In 2015, a coalition of 15 organizations was established to ensure schools have the opportunity to improve our children’s health. And, YHS was born.
“The initial goal [of the coalition] was to recognize schools that promote health education,” said Yavapai County Community Health Services Community Health Education Section Manager Carol Lewis.
A menu of programs and activities was created at that time, which included, for example: nutrition, physical activity, substance abuse prevention, wellness and sexual health. Yavapai County Community Health Services (YCCHS) and North Star Youth Partnership are two members of the coalition. Their areas of focus include the following:
- YCCHS – Focuses on programs related to tobacco/drug prevention, specialized nutrition, physical activity, hygiene, body art and friendship/bullying.
- North Star Youth Partnership – Works on leadership and mentoring programs including Go Girl Go!, which is designed to educate girls and promote physically active to prevent risky behaviors.
“Health educators struggle acquiring the time commitment to provide health education topics during the school day,” said Lewis.
For convenience, a website was created so teachers could go to just one resource to choose the exact topics they want to teach to their particular students at their specific school.
“Rather than 10 different programs trying to talk to administration,” Lewis said, “we created one website to promote all programs.”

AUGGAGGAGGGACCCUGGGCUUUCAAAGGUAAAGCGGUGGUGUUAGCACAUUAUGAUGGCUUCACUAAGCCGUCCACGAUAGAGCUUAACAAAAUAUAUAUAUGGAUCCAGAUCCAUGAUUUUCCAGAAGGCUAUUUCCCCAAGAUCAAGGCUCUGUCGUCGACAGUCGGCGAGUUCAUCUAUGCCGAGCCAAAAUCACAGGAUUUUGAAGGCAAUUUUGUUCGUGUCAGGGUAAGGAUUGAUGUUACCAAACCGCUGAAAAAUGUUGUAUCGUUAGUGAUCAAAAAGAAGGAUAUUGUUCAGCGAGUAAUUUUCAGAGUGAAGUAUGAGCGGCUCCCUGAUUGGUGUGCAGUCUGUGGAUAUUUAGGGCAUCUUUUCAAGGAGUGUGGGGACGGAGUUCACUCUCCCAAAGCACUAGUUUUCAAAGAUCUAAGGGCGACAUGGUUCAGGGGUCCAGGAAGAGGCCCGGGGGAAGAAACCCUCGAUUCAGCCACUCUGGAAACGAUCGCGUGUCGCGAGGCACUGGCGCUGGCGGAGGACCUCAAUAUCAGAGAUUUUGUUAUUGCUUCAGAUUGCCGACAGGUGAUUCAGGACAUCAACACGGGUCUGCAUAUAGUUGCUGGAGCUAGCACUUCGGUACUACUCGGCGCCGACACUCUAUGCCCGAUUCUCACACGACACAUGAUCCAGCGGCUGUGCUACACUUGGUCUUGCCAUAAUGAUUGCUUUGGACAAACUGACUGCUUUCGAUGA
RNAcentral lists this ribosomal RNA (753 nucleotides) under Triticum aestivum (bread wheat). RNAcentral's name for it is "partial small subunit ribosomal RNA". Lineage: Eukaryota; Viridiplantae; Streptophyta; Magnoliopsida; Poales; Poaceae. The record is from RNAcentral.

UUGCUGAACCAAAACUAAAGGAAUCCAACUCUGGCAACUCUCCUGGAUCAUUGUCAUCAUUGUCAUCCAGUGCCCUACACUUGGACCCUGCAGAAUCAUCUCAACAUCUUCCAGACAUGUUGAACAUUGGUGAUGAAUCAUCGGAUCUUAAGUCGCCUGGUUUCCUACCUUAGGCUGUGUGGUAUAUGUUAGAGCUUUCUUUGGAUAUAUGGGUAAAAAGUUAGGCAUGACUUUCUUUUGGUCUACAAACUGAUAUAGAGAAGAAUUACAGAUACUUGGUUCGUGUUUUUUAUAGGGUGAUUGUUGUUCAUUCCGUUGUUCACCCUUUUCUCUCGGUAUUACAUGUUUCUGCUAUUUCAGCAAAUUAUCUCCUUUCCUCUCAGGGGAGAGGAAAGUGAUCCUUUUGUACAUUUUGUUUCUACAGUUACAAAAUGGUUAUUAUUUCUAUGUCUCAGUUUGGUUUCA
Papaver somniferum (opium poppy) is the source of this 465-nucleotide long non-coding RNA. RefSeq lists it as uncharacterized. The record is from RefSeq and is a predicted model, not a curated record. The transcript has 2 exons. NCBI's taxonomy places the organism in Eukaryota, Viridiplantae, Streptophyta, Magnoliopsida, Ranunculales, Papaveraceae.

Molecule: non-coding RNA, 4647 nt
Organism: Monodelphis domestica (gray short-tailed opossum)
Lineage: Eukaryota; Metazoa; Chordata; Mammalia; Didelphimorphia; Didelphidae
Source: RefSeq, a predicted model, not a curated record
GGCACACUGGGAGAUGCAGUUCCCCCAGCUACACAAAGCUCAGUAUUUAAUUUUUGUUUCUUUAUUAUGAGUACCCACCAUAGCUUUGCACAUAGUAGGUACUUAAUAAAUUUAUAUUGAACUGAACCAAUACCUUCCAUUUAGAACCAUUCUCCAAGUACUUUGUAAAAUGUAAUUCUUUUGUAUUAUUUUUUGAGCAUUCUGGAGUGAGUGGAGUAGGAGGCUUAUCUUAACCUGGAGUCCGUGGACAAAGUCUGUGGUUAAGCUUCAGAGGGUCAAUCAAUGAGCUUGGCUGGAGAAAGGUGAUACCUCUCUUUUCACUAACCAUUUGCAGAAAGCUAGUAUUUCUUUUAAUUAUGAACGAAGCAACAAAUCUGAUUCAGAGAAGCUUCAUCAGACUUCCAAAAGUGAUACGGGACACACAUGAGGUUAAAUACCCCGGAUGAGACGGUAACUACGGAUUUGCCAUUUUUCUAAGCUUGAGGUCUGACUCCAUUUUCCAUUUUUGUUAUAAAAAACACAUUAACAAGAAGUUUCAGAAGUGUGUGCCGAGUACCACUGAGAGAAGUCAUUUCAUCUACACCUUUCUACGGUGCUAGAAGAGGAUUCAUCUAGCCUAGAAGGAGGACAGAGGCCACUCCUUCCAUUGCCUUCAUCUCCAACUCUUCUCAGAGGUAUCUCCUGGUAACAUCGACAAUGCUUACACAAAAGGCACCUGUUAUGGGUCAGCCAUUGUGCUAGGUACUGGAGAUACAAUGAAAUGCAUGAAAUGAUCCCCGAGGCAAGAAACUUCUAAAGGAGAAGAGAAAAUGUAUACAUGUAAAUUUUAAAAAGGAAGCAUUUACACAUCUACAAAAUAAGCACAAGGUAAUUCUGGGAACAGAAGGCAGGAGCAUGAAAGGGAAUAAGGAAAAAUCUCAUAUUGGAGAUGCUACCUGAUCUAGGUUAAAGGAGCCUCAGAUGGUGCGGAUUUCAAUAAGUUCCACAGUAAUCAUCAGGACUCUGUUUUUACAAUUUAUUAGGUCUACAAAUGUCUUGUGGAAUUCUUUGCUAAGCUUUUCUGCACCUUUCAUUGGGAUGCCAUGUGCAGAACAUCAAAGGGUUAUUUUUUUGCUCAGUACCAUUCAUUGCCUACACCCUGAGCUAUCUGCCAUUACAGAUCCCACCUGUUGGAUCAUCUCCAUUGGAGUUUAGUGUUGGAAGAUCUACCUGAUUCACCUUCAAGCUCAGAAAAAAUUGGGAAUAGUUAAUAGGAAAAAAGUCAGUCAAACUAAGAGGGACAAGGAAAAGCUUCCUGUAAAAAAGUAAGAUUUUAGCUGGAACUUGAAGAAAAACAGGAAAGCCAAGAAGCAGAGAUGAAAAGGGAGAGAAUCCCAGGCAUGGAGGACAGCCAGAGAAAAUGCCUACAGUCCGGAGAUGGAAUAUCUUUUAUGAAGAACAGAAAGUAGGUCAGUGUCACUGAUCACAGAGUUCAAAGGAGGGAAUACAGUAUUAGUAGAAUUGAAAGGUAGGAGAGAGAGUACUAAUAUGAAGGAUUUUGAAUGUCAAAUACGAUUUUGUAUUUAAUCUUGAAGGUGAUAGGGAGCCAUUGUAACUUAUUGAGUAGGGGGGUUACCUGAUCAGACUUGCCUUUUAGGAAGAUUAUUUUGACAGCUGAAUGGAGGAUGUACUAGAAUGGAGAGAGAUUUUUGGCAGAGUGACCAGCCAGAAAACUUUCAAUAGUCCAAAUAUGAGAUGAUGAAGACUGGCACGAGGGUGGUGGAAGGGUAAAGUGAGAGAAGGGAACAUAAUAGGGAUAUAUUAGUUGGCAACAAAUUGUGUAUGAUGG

It was determined that most of the schools had some kind of wellness education program in place, but they were not able to measure their effectiveness. YHS helps schools do this. Many of the schools still want resources to help with certain topics, such as bullying. Schools were also interested in starting up school gardens. YHS has education on these and many other health topics.
If a school wants to be part of this program, it is very simple. The YHS website lists all of the available services. There is a short application to complete. Schools that meet certain criteria can earn a Healthy Schools award and are recognized via YHS and the media. They are also eligible for a monetary award and receive a banner for their school as well.
“I would like people to know the importance of promoting schools that make health and safety a priority. We will see schools recognized for being an ‘A’ school for academics but we want people to recognize schools that make health a priority,” said Lewis.
Parents should also know about this program so they can encourage the schools their children attend to join. There is a section on the YHS website for parents to research the program.
“People need to know the connection between health and academics,” Lewis said. “If a school promotes health, they are most likely to show an increase in academics.”
For more information, contact Carol Lewis by email (firstname.lastname@example.org) or phone (928-442-5572). QCBN
By Kristen Dicker